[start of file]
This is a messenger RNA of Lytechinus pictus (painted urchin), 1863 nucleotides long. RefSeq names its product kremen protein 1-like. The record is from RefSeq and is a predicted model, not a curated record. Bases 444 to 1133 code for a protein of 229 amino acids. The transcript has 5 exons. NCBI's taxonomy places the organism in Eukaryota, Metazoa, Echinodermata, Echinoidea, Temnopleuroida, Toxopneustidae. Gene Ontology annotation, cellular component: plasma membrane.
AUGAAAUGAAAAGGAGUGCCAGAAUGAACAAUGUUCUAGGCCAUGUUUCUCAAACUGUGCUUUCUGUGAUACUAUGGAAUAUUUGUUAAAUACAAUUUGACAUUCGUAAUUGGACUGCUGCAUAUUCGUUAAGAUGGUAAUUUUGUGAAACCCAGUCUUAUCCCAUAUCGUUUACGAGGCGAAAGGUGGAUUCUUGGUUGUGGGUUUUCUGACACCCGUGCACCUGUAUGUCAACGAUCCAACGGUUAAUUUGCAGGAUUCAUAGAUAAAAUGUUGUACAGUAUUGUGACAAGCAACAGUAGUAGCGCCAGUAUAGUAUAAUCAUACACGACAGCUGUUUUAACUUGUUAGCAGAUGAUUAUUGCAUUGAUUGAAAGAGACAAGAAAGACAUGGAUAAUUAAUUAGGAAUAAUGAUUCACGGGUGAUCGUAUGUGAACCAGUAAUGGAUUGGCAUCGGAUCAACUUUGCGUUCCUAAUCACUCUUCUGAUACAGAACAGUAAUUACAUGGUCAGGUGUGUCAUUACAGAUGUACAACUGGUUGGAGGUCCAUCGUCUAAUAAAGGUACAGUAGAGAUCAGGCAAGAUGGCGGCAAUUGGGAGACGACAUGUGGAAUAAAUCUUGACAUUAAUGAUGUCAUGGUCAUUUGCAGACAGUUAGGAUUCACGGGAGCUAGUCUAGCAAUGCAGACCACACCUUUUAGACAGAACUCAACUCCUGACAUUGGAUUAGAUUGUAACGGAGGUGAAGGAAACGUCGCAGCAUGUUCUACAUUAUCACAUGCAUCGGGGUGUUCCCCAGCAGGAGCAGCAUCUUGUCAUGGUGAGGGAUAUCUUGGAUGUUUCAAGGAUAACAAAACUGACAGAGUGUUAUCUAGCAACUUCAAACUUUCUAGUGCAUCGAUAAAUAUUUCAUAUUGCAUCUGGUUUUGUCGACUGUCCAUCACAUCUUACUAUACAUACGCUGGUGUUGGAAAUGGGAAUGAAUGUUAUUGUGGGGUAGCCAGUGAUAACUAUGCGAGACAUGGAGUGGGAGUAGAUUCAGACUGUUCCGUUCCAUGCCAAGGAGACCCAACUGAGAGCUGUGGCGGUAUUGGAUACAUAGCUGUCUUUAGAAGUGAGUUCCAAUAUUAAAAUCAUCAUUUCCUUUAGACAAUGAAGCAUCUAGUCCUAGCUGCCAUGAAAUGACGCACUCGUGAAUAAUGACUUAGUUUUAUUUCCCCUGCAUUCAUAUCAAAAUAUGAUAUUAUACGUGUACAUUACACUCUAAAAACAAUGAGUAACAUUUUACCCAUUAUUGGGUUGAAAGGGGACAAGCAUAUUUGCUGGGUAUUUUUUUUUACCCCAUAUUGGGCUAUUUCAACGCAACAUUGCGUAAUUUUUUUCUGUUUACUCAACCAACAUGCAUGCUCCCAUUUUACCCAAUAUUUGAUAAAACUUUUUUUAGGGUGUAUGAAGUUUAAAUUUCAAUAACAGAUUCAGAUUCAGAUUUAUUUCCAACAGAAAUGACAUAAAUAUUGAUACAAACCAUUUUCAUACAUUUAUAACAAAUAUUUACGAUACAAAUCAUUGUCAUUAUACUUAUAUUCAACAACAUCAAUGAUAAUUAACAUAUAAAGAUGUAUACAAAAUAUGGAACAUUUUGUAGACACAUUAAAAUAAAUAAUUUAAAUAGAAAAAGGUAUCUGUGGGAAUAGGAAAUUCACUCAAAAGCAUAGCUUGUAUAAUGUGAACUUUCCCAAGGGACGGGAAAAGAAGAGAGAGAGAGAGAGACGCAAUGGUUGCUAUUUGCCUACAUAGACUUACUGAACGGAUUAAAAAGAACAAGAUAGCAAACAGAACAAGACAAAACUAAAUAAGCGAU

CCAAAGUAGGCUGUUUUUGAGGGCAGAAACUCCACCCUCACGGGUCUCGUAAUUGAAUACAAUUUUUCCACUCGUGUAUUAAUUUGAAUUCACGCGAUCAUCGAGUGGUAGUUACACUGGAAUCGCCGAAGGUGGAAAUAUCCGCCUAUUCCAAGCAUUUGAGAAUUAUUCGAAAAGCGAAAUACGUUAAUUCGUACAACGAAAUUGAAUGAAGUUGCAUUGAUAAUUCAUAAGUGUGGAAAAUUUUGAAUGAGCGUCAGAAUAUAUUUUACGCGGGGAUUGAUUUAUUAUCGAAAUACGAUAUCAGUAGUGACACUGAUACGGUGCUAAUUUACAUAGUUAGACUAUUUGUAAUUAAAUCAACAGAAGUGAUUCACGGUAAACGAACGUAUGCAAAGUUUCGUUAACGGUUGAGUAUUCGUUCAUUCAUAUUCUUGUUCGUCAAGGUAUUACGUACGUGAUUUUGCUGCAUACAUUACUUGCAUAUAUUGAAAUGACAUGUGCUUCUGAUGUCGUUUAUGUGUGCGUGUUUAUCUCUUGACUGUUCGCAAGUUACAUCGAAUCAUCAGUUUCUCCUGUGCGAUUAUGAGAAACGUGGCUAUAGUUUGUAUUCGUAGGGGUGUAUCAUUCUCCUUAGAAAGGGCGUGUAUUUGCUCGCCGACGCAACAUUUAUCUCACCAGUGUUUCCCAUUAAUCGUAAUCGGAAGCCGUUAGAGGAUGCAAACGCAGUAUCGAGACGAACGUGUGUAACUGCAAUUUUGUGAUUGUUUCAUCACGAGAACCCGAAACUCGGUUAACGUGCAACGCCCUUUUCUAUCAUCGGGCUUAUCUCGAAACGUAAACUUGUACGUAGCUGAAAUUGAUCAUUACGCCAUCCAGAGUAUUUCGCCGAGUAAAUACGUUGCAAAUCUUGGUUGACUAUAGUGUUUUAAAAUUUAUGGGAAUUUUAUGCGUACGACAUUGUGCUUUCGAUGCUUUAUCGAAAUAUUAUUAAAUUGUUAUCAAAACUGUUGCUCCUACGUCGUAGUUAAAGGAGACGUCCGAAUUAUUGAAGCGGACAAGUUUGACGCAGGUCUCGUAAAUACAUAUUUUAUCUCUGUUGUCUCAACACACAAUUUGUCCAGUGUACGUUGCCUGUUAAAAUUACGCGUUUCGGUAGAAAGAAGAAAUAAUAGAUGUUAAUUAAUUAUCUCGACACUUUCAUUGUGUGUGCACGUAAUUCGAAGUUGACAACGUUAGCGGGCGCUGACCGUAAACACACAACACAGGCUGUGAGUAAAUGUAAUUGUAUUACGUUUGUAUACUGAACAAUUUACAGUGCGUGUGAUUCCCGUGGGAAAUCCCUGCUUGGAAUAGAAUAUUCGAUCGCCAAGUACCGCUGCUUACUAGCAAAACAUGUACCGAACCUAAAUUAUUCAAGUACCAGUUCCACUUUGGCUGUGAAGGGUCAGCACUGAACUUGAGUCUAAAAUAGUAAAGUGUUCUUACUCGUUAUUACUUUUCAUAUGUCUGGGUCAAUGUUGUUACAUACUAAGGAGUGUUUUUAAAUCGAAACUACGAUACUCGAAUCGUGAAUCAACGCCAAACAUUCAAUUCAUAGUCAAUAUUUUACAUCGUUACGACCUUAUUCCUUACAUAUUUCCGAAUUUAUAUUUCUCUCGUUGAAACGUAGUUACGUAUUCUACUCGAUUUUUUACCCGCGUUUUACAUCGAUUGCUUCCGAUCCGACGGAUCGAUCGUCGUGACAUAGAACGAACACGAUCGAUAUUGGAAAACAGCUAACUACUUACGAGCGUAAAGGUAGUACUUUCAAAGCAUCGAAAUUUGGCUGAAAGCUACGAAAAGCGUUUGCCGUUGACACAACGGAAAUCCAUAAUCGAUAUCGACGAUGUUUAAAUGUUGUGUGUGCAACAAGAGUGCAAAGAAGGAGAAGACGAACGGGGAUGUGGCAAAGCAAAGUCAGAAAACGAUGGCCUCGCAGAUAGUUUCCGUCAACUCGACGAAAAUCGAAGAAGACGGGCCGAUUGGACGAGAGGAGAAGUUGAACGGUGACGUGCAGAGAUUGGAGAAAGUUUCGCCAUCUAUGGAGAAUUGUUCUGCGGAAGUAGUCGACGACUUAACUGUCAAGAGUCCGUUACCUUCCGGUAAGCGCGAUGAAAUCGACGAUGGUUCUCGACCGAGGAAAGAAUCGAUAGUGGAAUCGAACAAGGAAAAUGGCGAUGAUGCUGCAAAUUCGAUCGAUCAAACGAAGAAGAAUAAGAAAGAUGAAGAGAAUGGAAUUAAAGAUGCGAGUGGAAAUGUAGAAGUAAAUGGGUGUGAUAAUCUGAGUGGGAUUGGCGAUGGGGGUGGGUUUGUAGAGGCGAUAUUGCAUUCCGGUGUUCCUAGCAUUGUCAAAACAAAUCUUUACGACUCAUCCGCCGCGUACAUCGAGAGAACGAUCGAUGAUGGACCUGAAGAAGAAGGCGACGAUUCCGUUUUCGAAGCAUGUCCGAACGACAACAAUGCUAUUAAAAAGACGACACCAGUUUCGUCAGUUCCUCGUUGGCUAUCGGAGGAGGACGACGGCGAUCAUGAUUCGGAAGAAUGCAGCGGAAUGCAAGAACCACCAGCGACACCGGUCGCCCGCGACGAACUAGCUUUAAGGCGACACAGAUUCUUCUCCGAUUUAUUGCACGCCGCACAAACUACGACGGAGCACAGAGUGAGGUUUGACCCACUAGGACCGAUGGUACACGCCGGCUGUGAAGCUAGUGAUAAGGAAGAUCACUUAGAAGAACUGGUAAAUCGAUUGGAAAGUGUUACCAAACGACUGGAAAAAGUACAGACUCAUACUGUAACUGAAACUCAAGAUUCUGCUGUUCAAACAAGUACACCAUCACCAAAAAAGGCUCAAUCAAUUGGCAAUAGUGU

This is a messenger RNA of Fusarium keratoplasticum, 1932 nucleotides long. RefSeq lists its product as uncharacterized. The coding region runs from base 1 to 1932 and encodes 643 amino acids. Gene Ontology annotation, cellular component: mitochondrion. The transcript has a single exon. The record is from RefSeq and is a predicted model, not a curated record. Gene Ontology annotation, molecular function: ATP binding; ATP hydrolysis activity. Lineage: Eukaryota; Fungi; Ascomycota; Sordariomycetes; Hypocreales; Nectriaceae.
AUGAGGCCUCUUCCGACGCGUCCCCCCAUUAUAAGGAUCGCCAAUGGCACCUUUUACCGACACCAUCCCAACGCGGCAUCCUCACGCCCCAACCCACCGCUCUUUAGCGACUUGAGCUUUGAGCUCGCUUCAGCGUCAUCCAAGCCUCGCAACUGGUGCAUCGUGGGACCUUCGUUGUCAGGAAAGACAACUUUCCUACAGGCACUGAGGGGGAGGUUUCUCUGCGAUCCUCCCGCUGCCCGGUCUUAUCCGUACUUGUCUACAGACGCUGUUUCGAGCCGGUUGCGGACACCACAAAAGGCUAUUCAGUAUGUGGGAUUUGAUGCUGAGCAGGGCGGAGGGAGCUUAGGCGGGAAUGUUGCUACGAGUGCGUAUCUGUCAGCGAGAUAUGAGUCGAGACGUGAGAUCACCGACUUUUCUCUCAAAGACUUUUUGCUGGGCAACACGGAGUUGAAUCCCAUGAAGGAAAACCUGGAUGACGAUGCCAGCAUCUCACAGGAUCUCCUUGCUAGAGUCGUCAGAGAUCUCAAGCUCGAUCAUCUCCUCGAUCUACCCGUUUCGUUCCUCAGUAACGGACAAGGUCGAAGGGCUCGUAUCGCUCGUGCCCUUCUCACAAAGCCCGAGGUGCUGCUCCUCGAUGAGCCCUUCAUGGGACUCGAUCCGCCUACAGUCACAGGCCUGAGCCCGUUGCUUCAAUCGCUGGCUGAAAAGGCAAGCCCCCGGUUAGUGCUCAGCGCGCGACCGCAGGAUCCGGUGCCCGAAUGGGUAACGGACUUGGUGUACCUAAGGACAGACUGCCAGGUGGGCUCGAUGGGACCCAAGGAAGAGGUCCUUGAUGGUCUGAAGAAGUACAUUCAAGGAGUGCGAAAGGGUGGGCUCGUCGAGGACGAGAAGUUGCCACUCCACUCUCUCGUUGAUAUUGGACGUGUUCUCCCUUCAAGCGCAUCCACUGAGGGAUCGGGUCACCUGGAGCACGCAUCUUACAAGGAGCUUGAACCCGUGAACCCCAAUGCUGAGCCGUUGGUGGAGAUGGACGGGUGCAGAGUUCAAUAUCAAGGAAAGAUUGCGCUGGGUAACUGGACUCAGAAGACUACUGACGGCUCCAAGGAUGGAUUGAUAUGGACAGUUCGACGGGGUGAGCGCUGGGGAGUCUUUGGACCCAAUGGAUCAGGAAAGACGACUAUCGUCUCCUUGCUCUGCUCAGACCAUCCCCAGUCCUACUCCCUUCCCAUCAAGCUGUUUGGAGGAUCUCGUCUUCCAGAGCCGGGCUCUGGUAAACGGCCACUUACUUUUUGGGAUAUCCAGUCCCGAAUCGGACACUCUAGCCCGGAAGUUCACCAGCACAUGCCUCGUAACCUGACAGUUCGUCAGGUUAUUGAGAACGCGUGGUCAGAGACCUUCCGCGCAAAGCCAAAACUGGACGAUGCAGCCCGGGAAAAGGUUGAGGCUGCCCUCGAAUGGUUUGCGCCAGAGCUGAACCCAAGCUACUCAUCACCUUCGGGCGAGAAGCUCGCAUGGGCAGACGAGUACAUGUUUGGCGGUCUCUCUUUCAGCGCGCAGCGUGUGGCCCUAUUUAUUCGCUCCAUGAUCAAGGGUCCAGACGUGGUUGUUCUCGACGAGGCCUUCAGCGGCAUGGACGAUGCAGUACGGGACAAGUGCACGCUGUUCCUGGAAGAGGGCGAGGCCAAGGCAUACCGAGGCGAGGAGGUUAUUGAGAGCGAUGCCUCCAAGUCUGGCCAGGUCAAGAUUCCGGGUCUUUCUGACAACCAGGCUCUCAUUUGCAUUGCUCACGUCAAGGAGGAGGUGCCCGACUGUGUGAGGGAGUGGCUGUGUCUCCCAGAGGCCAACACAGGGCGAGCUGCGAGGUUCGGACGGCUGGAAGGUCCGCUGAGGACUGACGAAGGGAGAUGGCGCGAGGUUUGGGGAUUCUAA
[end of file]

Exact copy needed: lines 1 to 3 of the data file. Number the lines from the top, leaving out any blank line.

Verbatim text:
This is a messenger RNA of Lytechinus pictus (painted urchin), 1863 nucleotides long. RefSeq names its product kremen protein 1-like. The record is from RefSeq and is a predicted model, not a curated record. Bases 444 to 1133 code for a protein of 229 amino acids. The transcript has 5 exons. NCBI's taxonomy places the organism in Eukaryota, Metazoa, Echinodermata, Echinoidea, Temnopleuroida, Toxopneustidae. Gene Ontology annotation, cellular component: plasma membrane.
AUGAAAUGAAAAGGAGUGCCAGAAUGAACAAUGUUCUAGGCCAUGUUUCUCAAACUGUGCUUUCUGUGAUACUAUGGAAUAUUUGUUAAAUACAAUUUGACAUUCGUAAUUGGACUGCUGCAUAUUCGUUAAGAUGGUAAUUUUGUGAAACCCAGUCUUAUCCCAUAUCGUUUACGAGGCGAAAGGUGGAUUCUUGGUUGUGGGUUUUCUGACACCCGUGCACCUGUAUGUCAACGAUCCAACGGUUAAUUUGCAGGAUUCAUAGAUAAAAUGUUGUACAGUAUUGUGACAAGCAACAGUAGUAGCGCCAGUAUAGUAUAAUCAUACACGACAGCUGUUUUAACUUGUUAGCAGAUGAUUAUUGCAUUGAUUGAAAGAGACAAGAAAGACAUGGAUAAUUAAUUAGGAAUAAUGAUUCACGGGUGAUCGUAUGUGAACCAGUAAUGGAUUGGCAUCGGAUCAACUUUGCGUUCCUAAUCACUCUUCUGAUACAGAACAGUAAUUACAUGGUCAGGUGUGUCAUUACAGAUGUACAACUGGUUGGAGGUCCAUCGUCUAAUAAAGGUACAGUAGAGAUCAGGCAAGAUGGCGGCAAUUGGGAGACGACAUGUGGAAUAAAUCUUGACAUUAAUGAUGUCAUGGUCAUUUGCAGACAGUUAGGAUUCACGGGAGCUAGUCUAGCAAUGCAGACCACACCUUUUAGACAGAACUCAACUCCUGACAUUGGAUUAGAUUGUAACGGAGGUGAAGGAAACGUCGCAGCAUGUUCUACAUUAUCACAUGCAUCGGGGUGUUCCCCAGCAGGAGCAGCAUCUUGUCAUGGUGAGGGAUAUCUUGGAUGUUUCAAGGAUAACAAAACUGACAGAGUGUUAUCUAGCAACUUCAAACUUUCUAGUGCAUCGAUAAAUAUUUCAUAUUGCAUCUGGUUUUGUCGACUGUCCAUCACAUCUUACUAUACAUACGCUGGUGUUGGAAAUGGGAAUGAAUGUUAUUGUGGGGUAGCCAGUGAUAACUAUGCGAGACAUGGAGUGGGAGUAGAUUCAGACUGUUCCGUUCCAUGCCAAGGAGACCCAACUGAGAGCUGUGGCGGUAUUGGAUACAUAGCUGUCUUUAGAAGUGAGUUCCAAUAUUAAAAUCAUCAUUUCCUUUAGACAAUGAAGCAUCUAGUCCUAGCUGCCAUGAAAUGACGCACUCGUGAAUAAUGACUUAGUUUUAUUUCCCCUGCAUUCAUAUCAAAAUAUGAUAUUAUACGUGUACAUUACACUCUAAAAACAAUGAGUAACAUUUUACCCAUUAUUGGGUUGAAAGGGGACAAGCAUAUUUGCUGGGUAUUUUUUUUUACCCCAUAUUGGGCUAUUUCAACGCAACAUUGCGUAAUUUUUUUCUGUUUACUCAACCAACAUGCAUGCUCCCAUUUUACCCAAUAUUUGAUAAAACUUUUUUUAGGGUGUAUGAAGUUUAAAUUUCAAUAACAGAUUCAGAUUCAGAUUUAUUUCCAACAGAAAUGACAUAAAUAUUGAUACAAACCAUUUUCAUACAUUUAUAACAAAUAUUUACGAUACAAAUCAUUGUCAUUAUACUUAUAUUCAACAACAUCAAUGAUAAUUAACAUAUAAAGAUGUAUACAAAAUAUGGAACAUUUUGUAGACACAUUAAAAUAAAUAAUUUAAAUAGAAAAAGGUAUCUGUGGGAAUAGGAAAUUCACUCAAAAGCAUAGCUUGUAUAAUGUGAACUUUCCCAAGGGACGGGAAAAGAAGAGAGAGAGAGAGAGACGCAAUGGUUGCUAUUUGCCUACAUAGACUUACUGAACGGAUUAAAAAGAACAAGAUAGCAAACAGAACAAGACAAAACUAAAUAAGCGAU

CCAAAGUAGGCUGUUUUUGAGGGCAGAAACUCCACCCUCACGGGUCUCGUAAUUGAAUACAAUUUUUCCACUCGUGUAUUAAUUUGAAUUCACGCGAUCAUCGAGUGGUAGUUACACUGGAAUCGCCGAAGGUGGAAAUAUCCGCCUAUUCCAAGCAUUUGAGAAUUAUUCGAAAAGCGAAAUACGUUAAUUCGUACAACGAAAUUGAAUGAAGUUGCAUUGAUAAUUCAUAAGUGUGGAAAAUUUUGAAUGAGCGUCAGAAUAUAUUUUACGCGGGGAUUGAUUUAUUAUCGAAAUACGAUAUCAGUAGUGACACUGAUACGGUGCUAAUUUACAUAGUUAGACUAUUUGUAAUUAAAUCAACAGAAGUGAUUCACGGUAAACGAACGUAUGCAAAGUUUCGUUAACGGUUGAGUAUUCGUUCAUUCAUAUUCUUGUUCGUCAAGGUAUUACGUACGUGAUUUUGCUGCAUACAUUACUUGCAUAUAUUGAAAUGACAUGUGCUUCUGAUGUCGUUUAUGUGUGCGUGUUUAUCUCUUGACUGUUCGCAAGUUACAUCGAAUCAUCAGUUUCUCCUGUGCGAUUAUGAGAAACGUGGCUAUAGUUUGUAUUCGUAGGGGUGUAUCAUUCUCCUUAGAAAGGGCGUGUAUUUGCUCGCCGACGCAACAUUUAUCUCACCAGUGUUUCCCAUUAAUCGUAAUCGGAAGCCGUUAGAGGAUGCAAACGCAGUAUCGAGACGAACGUGUGUAACUGCAAUUUUGUGAUUGUUUCAUCACGAGAACCCGAAACUCGGUUAACGUGCAACGCCCUUUUCUAUCAUCGGGCUUAUCUCGAAACGUAAACUUGUACGUAGCUGAAAUUGAUCAUUACGCCAUCCAGAGUAUUUCGCCGAGUAAAUACGUUGCAAAUCUUGGUUGACUAUAGUGUUUUAAAAUUUAUGGGAAUUUUAUGCGUACGACAUUGUGCUUUCGAUGCUUUAUCGAAAUAUUAUUAAAUUGUUAUCAAAACUGUUGCUCCUACGUCGUAGUUAAAGGAGACGUCCGAAUUAUUGAAGCGGACAAGUUUGACGCAGGUCUCGUAAAUACAUAUUUUAUCUCUGUUGUCUCAACACACAAUUUGUCCAGUGUACGUUGCCUGUUAAAAUUACGCGUUUCGGUAGAAAGAAGAAAUAAUAGAUGUUAAUUAAUUAUCUCGACACUUUCAUUGUGUGUGCACGUAAUUCGAAGUUGACAACGUUAGCGGGCGCUGACCGUAAACACACAACACAGGCUGUGAGUAAAUGUAAUUGUAUUACGUUUGUAUACUGAACAAUUUACAGUGCGUGUGAUUCCCGUGGGAAAUCCCUGCUUGGAAUAGAAUAUUCGAUCGCCAAGUACCGCUGCUUACUAGCAAAACAUGUACCGAACCUAAAUUAUUCAAGUACCAGUUCCACUUUGGCUGUGAAGGGUCAGCACUGAACUUGAGUCUAAAAUAGUAAAGUGUUCUUACUCGUUAUUACUUUUCAUAUGUCUGGGUCAAUGUUGUUACAUACUAAGGAGUGUUUUUAAAUCGAAACUACGAUACUCGAAUCGUGAAUCAACGCCAAACAUUCAAUUCAUAGUCAAUAUUUUACAUCGUUACGACCUUAUUCCUUACAUAUUUCCGAAUUUAUAUUUCUCUCGUUGAAACGUAGUUACGUAUUCUACUCGAUUUUUUACCCGCGUUUUACAUCGAUUGCUUCCGAUCCGACGGAUCGAUCGUCGUGACAUAGAACGAACACGAUCGAUAUUGGAAAACAGCUAACUACUUACGAGCGUAAAGGUAGUACUUUCAAAGCAUCGAAAUUUGGCUGAAAGCUACGAAAAGCGUUUGCCGUUGACACAACGGAAAUCCAUAAUCGAUAUCGACGAUGUUUAAAUGUUGUGUGUGCAACAAGAGUGCAAAGAAGGAGAAGACGAACGGGGAUGUGGCAAAGCAAAGUCAGAAAACGAUGGCCUCGCAGAUAGUUUCCGUCAACUCGACGAAAAUCGAAGAAGACGGGCCGAUUGGACGAGAGGAGAAGUUGAACGGUGACGUGCAGAGAUUGGAGAAAGUUUCGCCAUCUAUGGAGAAUUGUUCUGCGGAAGUAGUCGACGACUUAACUGUCAAGAGUCCGUUACCUUCCGGUAAGCGCGAUGAAAUCGACGAUGGUUCUCGACCGAGGAAAGAAUCGAUAGUGGAAUCGAACAAGGAAAAUGGCGAUGAUGCUGCAAAUUCGAUCGAUCAAACGAAGAAGAAUAAGAAAGAUGAAGAGAAUGGAAUUAAAGAUGCGAGUGGAAAUGUAGAAGUAAAUGGGUGUGAUAAUCUGAGUGGGAUUGGCGAUGGGGGUGGGUUUGUAGAGGCGAUAUUGCAUUCCGGUGUUCCUAGCAUUGUCAAAACAAAUCUUUACGACUCAUCCGCCGCGUACAUCGAGAGAACGAUCGAUGAUGGACCUGAAGAAGAAGGCGACGAUUCCGUUUUCGAAGCAUGUCCGAACGACAACAAUGCUAUUAAAAAGACGACACCAGUUUCGUCAGUUCCUCGUUGGCUAUCGGAGGAGGACGACGGCGAUCAUGAUUCGGAAGAAUGCAGCGGAAUGCAAGAACCACCAGCGACACCGGUCGCCCGCGACGAACUAGCUUUAAGGCGACACAGAUUCUUCUCCGAUUUAUUGCACGCCGCACAAACUACGACGGAGCACAGAGUGAGGUUUGACCCACUAGGACCGAUGGUACACGCCGGCUGUGAAGCUAGUGAUAAGGAAGAUCACUUAGAAGAACUGGUAAAUCGAUUGGAAAGUGUUACCAAACGACUGGAAAAAGUACAGACUCAUACUGUAACUGAAACUCAAGAUUCUGCUGUUCAAACAAGUACACCAUCACCAAAAAAGGCUCAAUCAAUUGGCAAUAGUGU